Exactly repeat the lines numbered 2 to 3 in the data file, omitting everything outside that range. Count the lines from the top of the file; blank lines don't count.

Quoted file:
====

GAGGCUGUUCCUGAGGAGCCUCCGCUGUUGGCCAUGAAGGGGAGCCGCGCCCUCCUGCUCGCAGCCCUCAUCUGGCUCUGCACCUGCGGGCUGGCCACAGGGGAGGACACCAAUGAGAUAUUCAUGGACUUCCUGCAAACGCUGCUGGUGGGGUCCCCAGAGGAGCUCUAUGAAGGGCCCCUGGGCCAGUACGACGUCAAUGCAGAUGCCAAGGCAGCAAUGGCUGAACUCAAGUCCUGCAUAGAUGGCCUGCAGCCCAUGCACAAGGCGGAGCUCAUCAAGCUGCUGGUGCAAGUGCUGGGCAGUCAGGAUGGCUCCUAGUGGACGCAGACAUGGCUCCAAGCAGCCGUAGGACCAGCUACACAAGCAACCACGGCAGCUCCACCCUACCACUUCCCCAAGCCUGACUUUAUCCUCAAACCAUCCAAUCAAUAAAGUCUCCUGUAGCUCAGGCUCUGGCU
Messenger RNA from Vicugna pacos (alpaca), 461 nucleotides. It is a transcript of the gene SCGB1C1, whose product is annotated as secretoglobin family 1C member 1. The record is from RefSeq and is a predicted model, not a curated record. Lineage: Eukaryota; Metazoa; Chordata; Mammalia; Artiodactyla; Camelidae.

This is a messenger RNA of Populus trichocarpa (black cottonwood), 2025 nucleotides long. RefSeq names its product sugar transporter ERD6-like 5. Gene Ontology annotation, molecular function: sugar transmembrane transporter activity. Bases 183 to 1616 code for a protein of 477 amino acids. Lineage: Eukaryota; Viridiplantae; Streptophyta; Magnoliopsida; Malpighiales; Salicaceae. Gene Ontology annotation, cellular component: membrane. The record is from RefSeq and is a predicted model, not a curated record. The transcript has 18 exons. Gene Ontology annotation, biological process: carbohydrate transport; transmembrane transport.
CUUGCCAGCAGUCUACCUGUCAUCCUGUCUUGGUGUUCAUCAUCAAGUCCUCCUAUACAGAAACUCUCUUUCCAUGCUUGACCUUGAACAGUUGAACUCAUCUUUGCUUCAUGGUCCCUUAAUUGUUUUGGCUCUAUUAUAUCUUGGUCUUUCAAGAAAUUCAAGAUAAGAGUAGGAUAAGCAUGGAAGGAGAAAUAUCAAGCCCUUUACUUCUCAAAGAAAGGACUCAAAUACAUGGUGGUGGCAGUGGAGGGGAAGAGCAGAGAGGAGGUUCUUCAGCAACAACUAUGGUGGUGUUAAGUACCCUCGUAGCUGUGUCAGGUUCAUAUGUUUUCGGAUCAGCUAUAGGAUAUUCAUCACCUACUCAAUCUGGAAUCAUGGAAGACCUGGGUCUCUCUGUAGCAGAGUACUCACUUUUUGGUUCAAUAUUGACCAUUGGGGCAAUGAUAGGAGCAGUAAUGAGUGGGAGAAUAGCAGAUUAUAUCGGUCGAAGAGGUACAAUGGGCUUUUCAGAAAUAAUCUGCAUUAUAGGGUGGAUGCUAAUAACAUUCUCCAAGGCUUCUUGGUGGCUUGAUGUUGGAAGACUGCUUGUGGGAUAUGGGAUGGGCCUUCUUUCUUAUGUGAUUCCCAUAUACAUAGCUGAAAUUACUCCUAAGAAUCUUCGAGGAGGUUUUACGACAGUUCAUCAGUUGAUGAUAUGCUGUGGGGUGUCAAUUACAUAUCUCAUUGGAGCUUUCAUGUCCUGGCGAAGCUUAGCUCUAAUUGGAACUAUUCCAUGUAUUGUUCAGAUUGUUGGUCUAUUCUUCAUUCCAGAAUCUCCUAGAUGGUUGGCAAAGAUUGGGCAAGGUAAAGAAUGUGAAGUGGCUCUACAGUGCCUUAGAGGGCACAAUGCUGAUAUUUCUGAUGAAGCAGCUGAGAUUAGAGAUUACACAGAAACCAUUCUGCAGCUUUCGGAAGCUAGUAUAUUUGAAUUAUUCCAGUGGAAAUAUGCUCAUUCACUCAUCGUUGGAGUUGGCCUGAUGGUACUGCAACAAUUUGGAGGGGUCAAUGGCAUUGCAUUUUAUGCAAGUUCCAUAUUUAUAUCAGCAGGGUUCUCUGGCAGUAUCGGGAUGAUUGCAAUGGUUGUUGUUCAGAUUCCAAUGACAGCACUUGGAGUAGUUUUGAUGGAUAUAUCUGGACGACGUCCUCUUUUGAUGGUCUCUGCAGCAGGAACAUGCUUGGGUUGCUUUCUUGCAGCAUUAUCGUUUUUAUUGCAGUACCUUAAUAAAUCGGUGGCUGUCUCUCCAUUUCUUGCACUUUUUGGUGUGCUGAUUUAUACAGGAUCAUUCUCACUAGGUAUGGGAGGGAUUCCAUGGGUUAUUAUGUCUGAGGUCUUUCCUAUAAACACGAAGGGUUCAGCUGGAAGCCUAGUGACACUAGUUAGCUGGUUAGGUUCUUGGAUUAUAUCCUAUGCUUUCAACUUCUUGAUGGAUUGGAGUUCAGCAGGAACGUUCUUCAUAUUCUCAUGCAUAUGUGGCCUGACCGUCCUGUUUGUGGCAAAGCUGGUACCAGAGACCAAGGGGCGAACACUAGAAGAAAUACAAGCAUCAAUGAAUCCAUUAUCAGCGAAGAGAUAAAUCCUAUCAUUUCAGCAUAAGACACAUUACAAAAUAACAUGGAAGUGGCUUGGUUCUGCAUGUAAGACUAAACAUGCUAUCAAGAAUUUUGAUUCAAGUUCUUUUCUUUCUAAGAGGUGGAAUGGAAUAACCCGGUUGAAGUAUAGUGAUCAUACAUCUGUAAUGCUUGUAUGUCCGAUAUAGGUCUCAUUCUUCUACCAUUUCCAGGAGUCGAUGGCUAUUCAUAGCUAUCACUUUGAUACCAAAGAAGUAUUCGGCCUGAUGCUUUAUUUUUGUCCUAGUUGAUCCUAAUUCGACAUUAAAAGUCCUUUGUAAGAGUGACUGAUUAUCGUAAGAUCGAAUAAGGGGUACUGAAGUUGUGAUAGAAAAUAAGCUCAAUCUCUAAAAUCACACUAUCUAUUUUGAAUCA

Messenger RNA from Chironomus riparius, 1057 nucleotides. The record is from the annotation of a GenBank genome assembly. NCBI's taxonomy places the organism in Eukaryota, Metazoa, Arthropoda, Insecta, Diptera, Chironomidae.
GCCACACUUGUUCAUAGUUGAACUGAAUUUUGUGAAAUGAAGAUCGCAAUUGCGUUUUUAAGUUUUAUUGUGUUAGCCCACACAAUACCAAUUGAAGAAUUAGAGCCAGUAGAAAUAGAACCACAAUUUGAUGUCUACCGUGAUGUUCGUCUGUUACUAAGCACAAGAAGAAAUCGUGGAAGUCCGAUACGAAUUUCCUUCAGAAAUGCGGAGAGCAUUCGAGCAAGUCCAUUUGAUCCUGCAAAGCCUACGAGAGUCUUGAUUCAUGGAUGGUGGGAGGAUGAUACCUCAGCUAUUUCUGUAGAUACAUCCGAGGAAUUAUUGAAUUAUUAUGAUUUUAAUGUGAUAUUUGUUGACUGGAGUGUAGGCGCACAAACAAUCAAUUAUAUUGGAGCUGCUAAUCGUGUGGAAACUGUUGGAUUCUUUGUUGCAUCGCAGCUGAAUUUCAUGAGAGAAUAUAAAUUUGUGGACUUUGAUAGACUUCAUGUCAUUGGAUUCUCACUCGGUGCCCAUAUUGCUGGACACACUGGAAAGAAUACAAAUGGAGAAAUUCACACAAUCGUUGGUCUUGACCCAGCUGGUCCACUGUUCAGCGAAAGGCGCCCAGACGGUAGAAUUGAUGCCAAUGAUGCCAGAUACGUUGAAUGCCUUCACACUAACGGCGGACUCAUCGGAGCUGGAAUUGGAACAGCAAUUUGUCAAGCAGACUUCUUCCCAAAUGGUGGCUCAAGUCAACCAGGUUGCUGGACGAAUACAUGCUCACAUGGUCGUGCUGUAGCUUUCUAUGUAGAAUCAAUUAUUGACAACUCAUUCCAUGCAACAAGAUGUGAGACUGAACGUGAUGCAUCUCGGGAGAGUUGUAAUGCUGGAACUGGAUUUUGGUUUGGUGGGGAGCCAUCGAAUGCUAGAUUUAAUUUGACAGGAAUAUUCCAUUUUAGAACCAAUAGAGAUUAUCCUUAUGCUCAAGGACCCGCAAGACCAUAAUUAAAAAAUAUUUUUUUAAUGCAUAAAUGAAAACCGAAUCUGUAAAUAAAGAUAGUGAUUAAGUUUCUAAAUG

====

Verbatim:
Messenger RNA from Vicugna pacos (alpaca), 461 nucleotides. It is a transcript of the gene SCGB1C1, whose product is annotated as secretoglobin family 1C member 1. The record is from RefSeq and is a predicted model, not a curated record. Lineage: Eukaryota; Metazoa; Chordata; Mammalia; Artiodactyla; Camelidae.

This is a messenger RNA of Populus trichocarpa (black cottonwood), 2025 nucleotides long. RefSeq names its product sugar transporter ERD6-like 5. Gene Ontology annotation, molecular function: sugar transmembrane transporter activity. Bases 183 to 1616 code for a protein of 477 amino acids. Lineage: Eukaryota; Viridiplantae; Streptophyta; Magnoliopsida; Malpighiales; Salicaceae. Gene Ontology annotation, cellular component: membrane. The record is from RefSeq and is a predicted model, not a curated record. The transcript has 18 exons. Gene Ontology annotation, biological process: carbohydrate transport; transmembrane transport.